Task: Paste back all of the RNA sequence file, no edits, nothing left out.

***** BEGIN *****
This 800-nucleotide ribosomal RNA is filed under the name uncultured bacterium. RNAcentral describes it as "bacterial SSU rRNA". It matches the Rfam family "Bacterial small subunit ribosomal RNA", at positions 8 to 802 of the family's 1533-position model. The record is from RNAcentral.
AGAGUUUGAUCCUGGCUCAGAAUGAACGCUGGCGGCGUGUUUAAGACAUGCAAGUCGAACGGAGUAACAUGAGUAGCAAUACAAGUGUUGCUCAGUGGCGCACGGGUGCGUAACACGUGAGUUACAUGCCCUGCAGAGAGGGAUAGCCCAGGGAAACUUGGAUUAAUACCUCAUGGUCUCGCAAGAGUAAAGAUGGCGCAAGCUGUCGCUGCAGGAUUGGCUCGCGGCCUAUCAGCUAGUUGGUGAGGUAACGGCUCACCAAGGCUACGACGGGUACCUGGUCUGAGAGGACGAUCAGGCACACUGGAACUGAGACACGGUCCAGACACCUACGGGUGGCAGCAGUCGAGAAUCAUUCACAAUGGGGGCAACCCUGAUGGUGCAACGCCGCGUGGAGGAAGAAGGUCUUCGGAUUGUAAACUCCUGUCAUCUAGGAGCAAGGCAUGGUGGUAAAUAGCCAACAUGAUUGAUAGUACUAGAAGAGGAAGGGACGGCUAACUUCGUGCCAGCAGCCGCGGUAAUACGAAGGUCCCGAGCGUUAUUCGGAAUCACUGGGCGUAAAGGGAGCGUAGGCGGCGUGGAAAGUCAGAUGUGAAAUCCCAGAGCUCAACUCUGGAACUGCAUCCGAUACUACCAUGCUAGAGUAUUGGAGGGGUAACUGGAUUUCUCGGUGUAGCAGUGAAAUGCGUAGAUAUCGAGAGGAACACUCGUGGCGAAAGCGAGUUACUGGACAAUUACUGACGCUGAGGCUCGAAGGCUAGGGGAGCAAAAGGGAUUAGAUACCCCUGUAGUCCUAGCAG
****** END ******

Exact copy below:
This 800-nucleotide ribosomal RNA is filed under the name uncultured bacterium. RNAcentral describes it as "bacterial SSU rRNA". It matches the Rfam family "Bacterial small subunit ribosomal RNA", at positions 8 to 802 of the family's 1533-position model. The record is from RNAcentral.
AGAGUUUGAUCCUGGCUCAGAAUGAACGCUGGCGGCGUGUUUAAGACAUGCAAGUCGAACGGAGUAACAUGAGUAGCAAUACAAGUGUUGCUCAGUGGCGCACGGGUGCGUAACACGUGAGUUACAUGCCCUGCAGAGAGGGAUAGCCCAGGGAAACUUGGAUUAAUACCUCAUGGUCUCGCAAGAGUAAAGAUGGCGCAAGCUGUCGCUGCAGGAUUGGCUCGCGGCCUAUCAGCUAGUUGGUGAGGUAACGGCUCACCAAGGCUACGACGGGUACCUGGUCUGAGAGGACGAUCAGGCACACUGGAACUGAGACACGGUCCAGACACCUACGGGUGGCAGCAGUCGAGAAUCAUUCACAAUGGGGGCAACCCUGAUGGUGCAACGCCGCGUGGAGGAAGAAGGUCUUCGGAUUGUAAACUCCUGUCAUCUAGGAGCAAGGCAUGGUGGUAAAUAGCCAACAUGAUUGAUAGUACUAGAAGAGGAAGGGACGGCUAACUUCGUGCCAGCAGCCGCGGUAAUACGAAGGUCCCGAGCGUUAUUCGGAAUCACUGGGCGUAAAGGGAGCGUAGGCGGCGUGGAAAGUCAGAUGUGAAAUCCCAGAGCUCAACUCUGGAACUGCAUCCGAUACUACCAUGCUAGAGUAUUGGAGGGGUAACUGGAUUUCUCGGUGUAGCAGUGAAAUGCGUAGAUAUCGAGAGGAACACUCGUGGCGAAAGCGAGUUACUGGACAAUUACUGACGCUGAGGCUCGAAGGCUAGGGGAGCAAAAGGGAUUAGAUACCCCUGUAGUCCUAGCAG